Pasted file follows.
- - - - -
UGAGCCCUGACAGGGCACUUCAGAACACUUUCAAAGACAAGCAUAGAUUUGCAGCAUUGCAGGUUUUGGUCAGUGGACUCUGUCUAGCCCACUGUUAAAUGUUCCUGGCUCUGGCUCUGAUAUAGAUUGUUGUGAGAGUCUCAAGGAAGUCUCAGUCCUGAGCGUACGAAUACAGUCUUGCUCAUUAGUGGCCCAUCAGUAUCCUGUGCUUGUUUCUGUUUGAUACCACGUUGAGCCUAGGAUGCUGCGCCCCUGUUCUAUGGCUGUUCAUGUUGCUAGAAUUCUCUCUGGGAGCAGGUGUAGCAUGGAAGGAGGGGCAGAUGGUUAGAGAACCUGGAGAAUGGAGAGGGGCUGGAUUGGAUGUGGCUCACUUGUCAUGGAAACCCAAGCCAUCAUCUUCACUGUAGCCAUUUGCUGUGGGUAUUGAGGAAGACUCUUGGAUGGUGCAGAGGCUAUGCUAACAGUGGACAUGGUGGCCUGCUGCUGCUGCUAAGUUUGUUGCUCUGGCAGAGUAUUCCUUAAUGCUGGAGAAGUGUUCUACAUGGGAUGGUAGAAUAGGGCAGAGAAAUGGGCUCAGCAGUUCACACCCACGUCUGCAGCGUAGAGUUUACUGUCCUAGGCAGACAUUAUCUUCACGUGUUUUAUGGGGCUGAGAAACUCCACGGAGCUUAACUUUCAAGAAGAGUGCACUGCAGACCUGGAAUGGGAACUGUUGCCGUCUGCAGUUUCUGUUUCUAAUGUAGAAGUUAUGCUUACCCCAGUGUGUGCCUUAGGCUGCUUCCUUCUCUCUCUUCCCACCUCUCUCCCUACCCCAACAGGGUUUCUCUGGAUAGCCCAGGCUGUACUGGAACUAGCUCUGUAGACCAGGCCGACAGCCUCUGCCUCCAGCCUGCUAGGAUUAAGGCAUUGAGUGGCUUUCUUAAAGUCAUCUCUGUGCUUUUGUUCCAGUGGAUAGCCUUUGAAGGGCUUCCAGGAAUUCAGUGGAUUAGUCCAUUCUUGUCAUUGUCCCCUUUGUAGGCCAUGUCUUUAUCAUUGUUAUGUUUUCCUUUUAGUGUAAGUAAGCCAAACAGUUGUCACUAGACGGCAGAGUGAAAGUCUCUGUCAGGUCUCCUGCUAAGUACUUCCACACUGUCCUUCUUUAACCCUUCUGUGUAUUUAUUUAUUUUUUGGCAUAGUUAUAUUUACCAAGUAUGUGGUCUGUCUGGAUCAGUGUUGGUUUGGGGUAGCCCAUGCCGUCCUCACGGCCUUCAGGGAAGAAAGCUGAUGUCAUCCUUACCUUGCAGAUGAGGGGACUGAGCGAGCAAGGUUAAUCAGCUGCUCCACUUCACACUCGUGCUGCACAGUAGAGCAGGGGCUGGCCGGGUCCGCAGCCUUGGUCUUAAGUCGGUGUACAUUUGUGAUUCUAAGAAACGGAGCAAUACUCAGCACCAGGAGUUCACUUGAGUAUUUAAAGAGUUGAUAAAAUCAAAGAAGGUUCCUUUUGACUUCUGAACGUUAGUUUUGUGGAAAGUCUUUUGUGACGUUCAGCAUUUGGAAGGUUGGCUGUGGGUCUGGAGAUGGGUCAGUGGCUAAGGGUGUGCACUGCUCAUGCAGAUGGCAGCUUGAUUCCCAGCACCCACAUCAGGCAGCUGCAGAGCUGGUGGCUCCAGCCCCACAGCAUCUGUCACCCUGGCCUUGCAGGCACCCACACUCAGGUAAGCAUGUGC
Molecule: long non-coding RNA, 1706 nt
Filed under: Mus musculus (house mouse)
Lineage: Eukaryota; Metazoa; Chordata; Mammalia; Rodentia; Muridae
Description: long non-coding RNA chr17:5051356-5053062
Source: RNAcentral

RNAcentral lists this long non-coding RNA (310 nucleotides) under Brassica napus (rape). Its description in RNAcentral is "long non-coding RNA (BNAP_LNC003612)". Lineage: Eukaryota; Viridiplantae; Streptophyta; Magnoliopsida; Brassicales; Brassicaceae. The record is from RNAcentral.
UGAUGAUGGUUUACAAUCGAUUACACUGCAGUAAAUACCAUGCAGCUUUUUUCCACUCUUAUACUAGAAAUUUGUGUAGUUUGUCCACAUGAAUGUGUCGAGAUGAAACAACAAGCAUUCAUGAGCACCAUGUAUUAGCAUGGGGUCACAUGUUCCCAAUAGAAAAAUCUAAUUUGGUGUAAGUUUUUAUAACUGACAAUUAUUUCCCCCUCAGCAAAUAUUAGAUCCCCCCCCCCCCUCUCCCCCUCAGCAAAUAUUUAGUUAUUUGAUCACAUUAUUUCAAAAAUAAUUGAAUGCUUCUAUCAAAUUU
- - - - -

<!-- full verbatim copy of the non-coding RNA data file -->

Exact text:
UGAGCCCUGACAGGGCACUUCAGAACACUUUCAAAGACAAGCAUAGAUUUGCAGCAUUGCAGGUUUUGGUCAGUGGACUCUGUCUAGCCCACUGUUAAAUGUUCCUGGCUCUGGCUCUGAUAUAGAUUGUUGUGAGAGUCUCAAGGAAGUCUCAGUCCUGAGCGUACGAAUACAGUCUUGCUCAUUAGUGGCCCAUCAGUAUCCUGUGCUUGUUUCUGUUUGAUACCACGUUGAGCCUAGGAUGCUGCGCCCCUGUUCUAUGGCUGUUCAUGUUGCUAGAAUUCUCUCUGGGAGCAGGUGUAGCAUGGAAGGAGGGGCAGAUGGUUAGAGAACCUGGAGAAUGGAGAGGGGCUGGAUUGGAUGUGGCUCACUUGUCAUGGAAACCCAAGCCAUCAUCUUCACUGUAGCCAUUUGCUGUGGGUAUUGAGGAAGACUCUUGGAUGGUGCAGAGGCUAUGCUAACAGUGGACAUGGUGGCCUGCUGCUGCUGCUAAGUUUGUUGCUCUGGCAGAGUAUUCCUUAAUGCUGGAGAAGUGUUCUACAUGGGAUGGUAGAAUAGGGCAGAGAAAUGGGCUCAGCAGUUCACACCCACGUCUGCAGCGUAGAGUUUACUGUCCUAGGCAGACAUUAUCUUCACGUGUUUUAUGGGGCUGAGAAACUCCACGGAGCUUAACUUUCAAGAAGAGUGCACUGCAGACCUGGAAUGGGAACUGUUGCCGUCUGCAGUUUCUGUUUCUAAUGUAGAAGUUAUGCUUACCCCAGUGUGUGCCUUAGGCUGCUUCCUUCUCUCUCUUCCCACCUCUCUCCCUACCCCAACAGGGUUUCUCUGGAUAGCCCAGGCUGUACUGGAACUAGCUCUGUAGACCAGGCCGACAGCCUCUGCCUCCAGCCUGCUAGGAUUAAGGCAUUGAGUGGCUUUCUUAAAGUCAUCUCUGUGCUUUUGUUCCAGUGGAUAGCCUUUGAAGGGCUUCCAGGAAUUCAGUGGAUUAGUCCAUUCUUGUCAUUGUCCCCUUUGUAGGCCAUGUCUUUAUCAUUGUUAUGUUUUCCUUUUAGUGUAAGUAAGCCAAACAGUUGUCACUAGACGGCAGAGUGAAAGUCUCUGUCAGGUCUCCUGCUAAGUACUUCCACACUGUCCUUCUUUAACCCUUCUGUGUAUUUAUUUAUUUUUUGGCAUAGUUAUAUUUACCAAGUAUGUGGUCUGUCUGGAUCAGUGUUGGUUUGGGGUAGCCCAUGCCGUCCUCACGGCCUUCAGGGAAGAAAGCUGAUGUCAUCCUUACCUUGCAGAUGAGGGGACUGAGCGAGCAAGGUUAAUCAGCUGCUCCACUUCACACUCGUGCUGCACAGUAGAGCAGGGGCUGGCCGGGUCCGCAGCCUUGGUCUUAAGUCGGUGUACAUUUGUGAUUCUAAGAAACGGAGCAAUACUCAGCACCAGGAGUUCACUUGAGUAUUUAAAGAGUUGAUAAAAUCAAAGAAGGUUCCUUUUGACUUCUGAACGUUAGUUUUGUGGAAAGUCUUUUGUGACGUUCAGCAUUUGGAAGGUUGGCUGUGGGUCUGGAGAUGGGUCAGUGGCUAAGGGUGUGCACUGCUCAUGCAGAUGGCAGCUUGAUUCCCAGCACCCACAUCAGGCAGCUGCAGAGCUGGUGGCUCCAGCCCCACAGCAUCUGUCACCCUGGCCUUGCAGGCACCCACACUCAGGUAAGCAUGUGC
Molecule: long non-coding RNA, 1706 nt
Filed under: Mus musculus (house mouse)
Lineage: Eukaryota; Metazoa; Chordata; Mammalia; Rodentia; Muridae
Description: long non-coding RNA chr17:5051356-5053062
Source: RNAcentral

RNAcentral lists this long non-coding RNA (310 nucleotides) under Brassica napus (rape). Its description in RNAcentral is "long non-coding RNA (BNAP_LNC003612)". Lineage: Eukaryota; Viridiplantae; Streptophyta; Magnoliopsida; Brassicales; Brassicaceae. The record is from RNAcentral.
UGAUGAUGGUUUACAAUCGAUUACACUGCAGUAAAUACCAUGCAGCUUUUUUCCACUCUUAUACUAGAAAUUUGUGUAGUUUGUCCACAUGAAUGUGUCGAGAUGAAACAACAAGCAUUCAUGAGCACCAUGUAUUAGCAUGGGGUCACAUGUUCCCAAUAGAAAAAUCUAAUUUGGUGUAAGUUUUUAUAACUGACAAUUAUUUCCCCCUCAGCAAAUAUUAGAUCCCCCCCCCCCCUCUCCCCCUCAGCAAAUAUUUAGUUAUUUGAUCACAUUAUUUCAAAAAUAAUUGAAUGCUUCUAUCAAAUUU